The Pittsburgh Press from Pittsburgh, Pennsylvania on March 10, 1952 · Page 15
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The Pittsburgh Press from Pittsburgh, Pennsylvania · Page 15

Pittsburgh, Pennsylvania
Issue Date:
Monday, March 10, 1952
Page 15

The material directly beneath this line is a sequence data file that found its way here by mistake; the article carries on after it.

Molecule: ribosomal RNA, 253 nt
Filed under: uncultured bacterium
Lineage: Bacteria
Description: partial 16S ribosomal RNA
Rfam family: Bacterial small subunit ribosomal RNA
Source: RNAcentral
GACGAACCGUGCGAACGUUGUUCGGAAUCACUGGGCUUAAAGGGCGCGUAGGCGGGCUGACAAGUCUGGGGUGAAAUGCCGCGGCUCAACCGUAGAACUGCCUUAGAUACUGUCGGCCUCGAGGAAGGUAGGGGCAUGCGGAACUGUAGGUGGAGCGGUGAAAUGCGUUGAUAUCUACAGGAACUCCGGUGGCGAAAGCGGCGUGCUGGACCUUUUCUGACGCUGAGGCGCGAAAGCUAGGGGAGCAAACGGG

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s Moneymaker in Need y othman WASHINGTON Last time I wrote a piece about Nellie Tayloe Ross, economical housewife and manufacturer of money, she was handing Congress back $1,000,000 she couldn't use In ner nicKei-ana-aime factories. This, at the time, was big news. No other bureaucrat, in memory of the oldest man ever had returned 'any part of any appropriation, even if he had to sit up nights figuring out new ways to spend it. The Congressmen were amazed at the way Mrs. Ross had pinched the pennies of her own manufacture. That was two years ago. Now I regret to report that our economical director of the mint, through no fault of her own, has had to ask the lawgivers for an extra $463,000. Mostly to make more of those pennies she likes to squeeze. This has saddened her. It also made her slck When time came for her to appear before her congressional admirers, the bright-eyed Mrs. R. was home in bed. She sent up her assistant. Dr. Leland Howard, who reported she feared she'd better not show up because she'd be doing more sniffling than talking. Dr. Howard, one of the world's leading authorities on coinage, carried on. Odd Figures Pull Pennies Everything was going fine down at the mint, he said, until suddenly there developed this amazing demand for pennies. He figured this was on account of sales taxes, six-cent soda pop, and 13-cent street car fares. - Whatever the reason, he had to put the one-cent department on double shift and still, as of now, he's got to manufacture 240,000,000 extra coins in a hurry, mostly pennies. Rep. Gordon Canfield, "New Jersey Republican, a recent caller at the Philadelphia mint, had an idea. - 1 "We have been led' to believe that the chief offenders in the withholding of coins have been the children of America," he said. "Reference has been made repeatedly to coins being cached in piggy banks." Now it turns out, according to the superintendent of the Philadelphia money factory, that the banks are to blame, he said. When they ship back a sack of beaten-up old coins for redemption, they include up to 30 per cent of perfectly good, spendable money. This looked mighty slipshod to him. Dr. Howard didn't believe It, but said he'd investigate. The gentlemen wondered how come he had such a whopping surplus of silver dollars. The answer was simple. Until 1942 there had to be an actual silver dollar for every paper one in circulation. It was against the law to melt down one of these cartwheels. Made an awful shambles, too, Dr. H. said. f - Cartwheels All Over He stored 'em in canvas bags, and after 25 years or so of sitting in one place, the sacks would disintegrate. Then you'd move a few and spew dollars all over the floor. He knows about thjs. He "used to have to sweep 'em up and count 'em. Since 1942 it has- been legal to back the currency with silver dollars In bars. Dr. Howard and Co. melted down 60,000,000 silver dollars, but he still has 300,000,000 of them left No telling when he'll ever have to make another, despite a steady demand from the West. The gentlemen wondered why Westerners liked cartwheels. Dr. Howard said he guessed he might as well be frank. "These dollars make very good poker chips because you cannot counterfeit them very easily," he said. "They are used extensively throughout the Rocky Mountain region." There's no doubt that he and Mrs. Ross will get their penny-making money. In case they don't need it all, Congress has every confidence that Mrs. R. will return the change. Navy Pinches Dollars By ert c. Rum NEW YORK You see where they got the Navy on the fire again for spoiling 23 grand worth of meat in a supply depot, and between the meat and the oyster forks you'd think the old senior service had already blown World War III. On the non-hysterical side, I would like to stick the neck out a touch for my alma mater, who is not the worst old girl in the world when you get to know her. She moves slow, but she generally gets there, and one thing you can always say for the Navy: She always has her worst foot forward from a standpoint of public rela tions. She is, and has been, her own worst enemy in the public view. They holler about a few piddling dollars' worth of meat going bad in a Navy deepfreeze I say "piddling" not from my vantage, but from a standard of purchases so vast that they dwarf the imagination and, somebody makes a big thing in Congress about oyster forks. Economy Task Force I will bet you that you didn't know the Navy has been practicing an over-all economy step that measures up to anything in big business. The Navy, for instance, is a 40-billion-dollar business that peddles its portion of future security to .the nation. Its enterprises combined more than outweigh the working operation of General Motors, General Electric, and American Telephone & Telegraph. Sears & Roebuck stocks 100,000 items there are 2,200,000 separate items on the Navy inventory. One of the things the Navy has practiced successfully since Jim Forrestal instigated it is a hardheaded efficiency effort called the Indus- World of Shells ST. PETERSBURG BEACH, Fla. On the floors of the ocean there is a world of creatures wearing shells. It is a cosmopolitan world, with thousands of different inhabitants. Some of the shell crea tures are smaller than the head of a pin, while others are too large for a man to lift. They wear all the colors of the rainbow in all sorts of patterns, including a Scotch plaid and flower designs. Each has a distinctive shape. Some look like cones, urns, screws, lady-bugs, platters, fruits, worms, cans, wings. Others look like nothing else on the earth. You have no doubt seen the discarded shells of many of these creatures while walking along a beach. If your walking was done on this West Coast of Florida, you know that the shells are especially numerous and varied here. Man Collectors of Shells Nearly everyone who visits this region fills his pockets with the colorful small shells that he finds at the water's edge. Many go farther than that. They collect shells as others collect stamps, match folders, etc. Some of them seek only rare shells. Others collect one shell in as many sizes and colors as possible. Still others make ornaments such as birds, flowers and wall plaques by using special shells. The serious collectors are out on the beaches trial survey division, under Rear A dm. Jack Pearson. This is a task force composed heavily of experts drafted from private industry whose whole duty is to conduct surveys of naval installations, techniques, and physical properties, with a hard eye to cutting the fat off manpower and materiel. The men who farm out from the big corporations, the big manufacturers and oil companies, don't know anything at all about naval procedure or time-wasting formalities. Their reports are as unbiased as reports can be, and their authority comes direct from the Secretary of the Navy. They have found faults and wastages, and their recommendations have largely been adopted. Savings into the millions have been effected. I believe that the military deserves a pretty steady rap on the knuckles, to keep it in its place as the peoples' servant rather than the peoples' master. Flaws in Consolidation I think that their stupidities and wastages should be deplored and checked whenever possible. But there is always the thing we overlook; generally speaking, they do a hopelessly intricate chore pretty well, on the effort of sincere men who are in a sense dedicated, since they do not work for heavy profit and there is no more old-fashioned peacetime security and solid sinecure. We have been screaming, too, about consolidating all the purchasing power for all the services, and that, too, has some flaws which haven't been thoroughly exposed . to public view. Right now the Navy buys all the paint for all the services, for instance. That can be pretty silly, say, when the Navy has to buy it in' maybe Philadelphia and then pay shipping rates to send it to the Army in East Texas. The 'Httsbur&h Press 6 Gilbert Love & I at dawn, especially after a storm, to see what the waves have brought in. They wade In the bays,, where the big shell creatures go to- spawn. After a bay trip they must laboriously remove the live critters from the shells. Some make annual pilgrimages to Sanibel Island, a hundred miles south of here and a ferry ride out into the Gulf of Mexico, where shell collecting is supposed to be at its best. The lobby of the hotel there is decorated with prize finds. At least a half a dozen shops in the St. Petersburg area sell shells to collectors who can't find exactly what they want. They also sell equipment for making the aforementioned shell decorations. Near Bradenton, such a shop has developed into a "Shell Supermarket.' As Colorful as Country Fair The Shell Club of St. Petersburg has an annual show in which collectors exhibit their best. The shells are polished like the exhibits of fruit at a county fair, and they're just as colorful. Many of the shells in this year's show origi-. nated in ' foreign seas. For example, the Bulla Bulla, the shell that lays an egg; and the famed chambered Nautilus; and the great shells in pastel colors, covered with spikes or dainty fluting. Most Interesting, however, is the Sand Dollar. Chalky white and shaped like a small pancake, it is pierced by five holes and bears the faint outline of flower petals. Break it open and little objects resembling doves "fly" out of , its center. Legend says it tells the story of Christianity. . . Gibraltar of Pacific By Douglas Larsen v NEA Staff .Writer. OKINAWA This vitally strategic island in the heart of the Far East has a new name. They are calling it America's Gibraltar of the Pacific. Tremendous construction and a miehty mu- muons siocKpuing program are transforming Okinawa in-one of the nation's strongest key outposts. Up until now, this work has been obscured by security restrictions and the Korean War. However, the full story of the new strategic role which the Joint Chiefs of Staff has assigned to the island as a major bombing base and crime statin e area fnr airborne and ground troops can now be told here for the first time. By the start of the Summer there will be more than $200,000,000 worth of permanent construction under way roads, barracks, typhoon-proof storage areas, dock facilities and other defense projects. Although the major part of this work was begun only recently and has not yet reached its peak, it is being rushed through at the rate of $2,000,000 worth per month. Typhoon Scenes Recalled I last visited Okinawa in 1947, just after a devastating typhoon had wrecked what few ramshackle, rustling installations were left over from World War IL Living conditions were deplorable. S'mce then, the change on" Okinawa and on the other islands In the Ryukyu group is amazing. Modern shops sell the latest In Stateside styles and gadgets. You can buy most any make of brand new car right off the salesroom floor. Housing projects of modern California-type bungalows dot the island. Construction of new, native-type housing and buildings in the villages is booming. Almost everyone will tell you that if one moe giant bulldozer is brought here the island will sink beneath the sea. More than 2000 pieces of heavy construction, equipment are being operated seven days a week, cutting giant swaths through hills and mountains for roads, new housing areas and bomb storage sites. Strip for Korea-Bound B-36s At Kadena Air Force base, headquarters for the 20th Air Force which daily sends swarms of B-29s to Korea, a huge new strip is being completed which will handle B-36s and any type of jet bomber. Other fields on the island are also being improved. In Naha, biggest city of the island, a modern 43,000-kilowatt steam power plant, which will be the center of an island-wide high voltage transmission system, is well on its way to completion. The city's water suddIv svstem is being renovated by the addition of the latest in nitration plants. Modern office buildings are going up. And always you can see. dotting th Wpv hills and peaks, the business-like snouts of ann-aircrart guns. They are manned 24 hours a day. A - NEXT Okinawa's Boss. PAGE 15 MONDAY, MA11CH 10, 1952 SECTION TWO FEBRUARY M 2 3 ft 6 ft 9 K II 12 13 14 IS 16 17 IS 19 21 22 23 24 25 2T 28 2 APRIL. IMS t 3 4 5 7 S 9 10 11 12 13 11 IS 16 IT 18 19 20 21 22 23 24 36 71 38 2 30 MARCH I M ;1 Wit r l 2US 4 5 6 7 8 9(10jll 12 13 14 15 16fW 18 19 20 21 22 "Jyng5i26;27i28l29 f - m w m m im a m t m m i i i i i i i -l-i-'N III fill Tfo&HHQ This Is Henry1 Magic Voice To Democrat or Republican Congress and a Federal Grand Jury are investigating the fabulous Henry William Grunewtdd, mystery man of the tax fraud hearings. Twice in 13 months, he has been cited for contempt of Congress. But he operates as usual. Who is he? How does he pull wires? This first of a series by a Washington Post reporter gives the answers. . . By EDW&BD F. RYAN Henry William Grunewald made himself Washington's best connected wire puller by practicing on Congress. . His friends he has them in all corners of Washington got the laugh of their lives when Congress called him a "mystery man." Half the population of the U. S. Capitol are reputed to know him, from Senators . to doormen, from Representatives to pages. From his unlisted telephone in the Capital's swank Westchester Apartment, Grunewald's wirepulling circuits run to all the echelons of Government. His gravel-voiced "this is Henry" is the unmistakeable badge of his business, ever since his trunk line Into the Bureau of Internal Revenue has been exposed. Vice President Barkley knows Grunewald and says he always thought well of him. The same goes for Republican Senator Styles Bridges of New Hampshire, the Senate minority floor leader. Democrat Grunewald gets favorable notice from Republican Senator Owen Brewster of Maine, who says Henry always "seemed simply interested in doing good and never in asking for anything." Few Democrats can claim such praise from Senator Brewster. Gruenwald prizes a thank-you note from President Truman for $1600 he gave the Democrats In 1943, but he is not above dropping a G-note into a. GOP campaign kitty. How many G's are in Grunewald's own kitty is unknown. His apartment, where he lives with his wife and daughter, Erna. is luxuriously but not lavishly furnished. He owns two Fords and a Lincoln. His wife owns a Ford. Wears Two Titles He visits frequently with his other daughter, Mrs. Christine Hartzell, who lives with her husband and two small daughters, in nearby Chevy Chase, Md. He has a big Summer home in Spring Lake, N. J. He recently sold his $100,000 Miami Beach, mansion to pay a $51,000 Federal tax lien. His base of business operations is in the big downtown hotels near the Treasury. He still is in business at the old stand, he says. He wears a dual title, private investigator and public relations man. In these conflicts, he steers by the lights of his fighting little attorney, William Power Maloney a former special assistant to the attorney general. They hold some kind of record: Congressional committees voted two contempt citations for Grunewald and one for Maloney in 13 months. . . 1 For all Grunewald's cloak and dagger tactics, his job is to get things done simply, by pulling the right wires. He makes It his business to know who's who and what's what. He gets the word and spreads the word. He wires the vast mazes of Washington, bureaucracy for sound and makes himself master of the switchboard. He gets on the Inside of almost everything important in Washington, except the District Jail. He has ample proof it will take more than a Congressional committee vote to put them there. His first contempt citation was killed. Youthfully Ruddy Now nearing 60, Grunewald Is bald, with a grey fringe of hair, but his heavy features are youthfully ruddy. 'He is light on his feet, vigorous in his actions. . He has the facial control of an actor one moment he can look as blank as a punch-drunk pug and the next moment break the haze with a magnetic smile. He is 5 feet 8, weighs about 180, and dresses nattily in ready-made suits. Friends find him comfortable company, a good host, an easy spender. While talk is his trade, Grunewald owes his notoriety WIREPULLING CIRCUITS ran to all branches of Covern-from the swank apartment of Henry William Grunewald, Washington's champion puller'of wires. His gravel-voiced "this is Henry" got results every time he spoke to bureau-, crots or Congressmen over his unlisted telephone. to shutting up. Whenever Congress gets curious, Grunewald shows beyond question that no Dutchman since William the Silent knows better the virtue of keeping a secret. Navy Nickname His nickname, "The Dutchman," was given Grunewald by American Navy shipmates when he was in his 'teens. He was born in Port Elizabeth, South Africa of German parents, ' Heinrich and. Anna Grunewald, on May 19, 1892. He finished school through the level of Junior High, including five years in Schles-wig, Germany, and at 16 came to the United States. His father, a house - and sign painter, paid the fare. He worked several months, as cashier in his uncle's restaurant, then enlisted in the Navy. He told the Navy he was born in New York City in ' 1890 and was a U. S. citizen, a collection of errors left for his naturalization to clear up years later. -He went to sea on the U. S. S. Connecticut, flagship- of the Atlantic Fleet. Athletics was his hobby.. He boxed, trained other fighters. He liked to fight. His . Idea was "get knocked out . right away or knock out the other guy, don't prolong the agony " He pitched a 1 to 0 shut-out in a game at the Brooklyn Navy yard and a girl on the sidelines told him "you pitched a good game." Her name was Miss Christine Marie Schumacher, and they started going together. Left Nary if 19 1 4 . Grunewald left the Navv with an honorable discharge on Dec. 26, 1914. Capt. W. R. Rush of the Navy yard wrote him "I shall be glad to give you the good character you deserve." He worked first as desk clerk in the Brooklyn Navy YMCA, then as a bookkeeper for Western Electric. He and Christine Schumacher were married in 1916. In March, 1917, with an assist from Congressman Mur- Food Bills to Come Down As Big Crops Are Harvested But High Marketing Costs, Profit Margin Could Offset Decline for Consumers WASHINGTON, March 10 (UP) Agriculture . Department experts say that seasonal increases in food supplies should bring a drop in grocery prices during the next two months. But they refused to guess how much prices will dip. Although the abundant farm products are almost sure to result in lower farm prices, de- SIDE GLANCES By Calbraith r Hilt JW .hII REAUSTATEl 1 rtl f w i ii iii i'. i v ' - M & k. "Maybe I ought to go in clone t price the house you look like a lot of dough in thct new fur coat!" partment officials said high mar keting costs and bigger profit margins by distributors might offset the decline before it is passed on to the bargain-hungry housewife. . Secretary . of Agriculture Charles F. Brannon told the Sen ate recently that marketing costs and middleman profits were responsible for 80 per cent of a $37 rise in the' average family's annual grocery bilL One official noted that market ing costs are likely ,to rise even more sharply in 1952, especially if a railroad request for a 15 per cent boost in freight rates is approved by the Interstate Commerce Commission. Poultry and eggs will continue in abundance, and should decline in price. Sketches By BEN BURROUGHS For Every Smile In the few short years I spent on earth . . . and breathe the breath of life ... I want to know real happiness ... and detour pain and strife ... I want to find the rainbow's end . . . where stands the pot of gold . . . and too I want real peace of mind ... to have and always hold . . ;I want a love to comfort me . . . when everything goes wrong . . . a true and tender dream girl who ... will sing love's old sweet song ... but to gain all these I realize ... I must be worthy of ... each and every little thing ... that's good and high above . . . and that for every happy day ... I spend throughout the years ... I must pay for them with bitterness . . . with heartache and with tears. - Milk, butter and cheese should be more plentiful soon, too. Although dairy products nor mally drop in price as cattle move into spring pasture, de partment experts said amount of the decrease is open to question. They pointed out that some milk producers have been lobbying for rigid federal marketing orders which would set milk prices without regard to production. Meat production Is already 9 per cent above last year and beef prices are almost certain to come down. ray Hulbert of New York, Grunewald was hired at $3.50 a day as a Justice Department agent for work in the New York office of the Bureau of investigation. Grunewald's fluency In German quickly became a major asset in tracking down German spies just as World War I began. For his most important exploit, Grunewald and . other agents resigned from the Bureau and operated privately as volunteers. They performed a patriotic burglary meriting the highest thanks of the nation. But the act was so charged with diplomatic dynamite they were forever disbarred from official publie gratitude. . Grunewald and his associates " spirited away two tons of secret German Embassy papers from their hiding place in the Swiss Consulate in New York, turned . the lot over to the U. S. Government. Blueprint of Spying The haul gave the Federal agents a complete blueprint of German espionage and sabotage operations in this country. The operation was a sen-" satlonal spy thriller. Grunewald's participation In it Is verified by FBI sources, men who served with and over him pay tribute to him as a wonderfully clever agent, while he played no commanding roles, he played many important ones. Grunewald and the others cased the place. They brought in a locksmith to make a door key. They arranged a vacation for the night watchman. They took over an office on another floor for homebase. In the consulate they found two huge safes and some 20 filing cabinets. The locksmith opened one safe with the combination 1870, the year of the Franco-Prussian War, and the other with 1871. Even Replaced Dust To get Into the filing cabinets, Grunewald and the others used keys made by their locksmith. The agents made it their business each night to take what they could, and to replace everything as they found It, down to the last grains of dust on the furniture. It took them several weeks to get all the material out, but their work remained undetected. A gold German medal, one of a number of decorations found In the safes, was given to President Wilson for a souvenir. For Grunewald, the feat meant a full-time career ox spy chasing through the rest of the war. (CopTrtfht. 19S2. br United Peattir Syndicate, inc. and Th Wuhlntton Pott Co.) NEXT G-Man Grunewald OFF THE RECORD By Ed Reed ' ' " " " ""Y"fvim hi 11 "-,- 1, f-n-r- riffiiiiii-ii rni- iTii. f i , lii mmm i ft "Boy! This is the scariest picture I've ever teenP i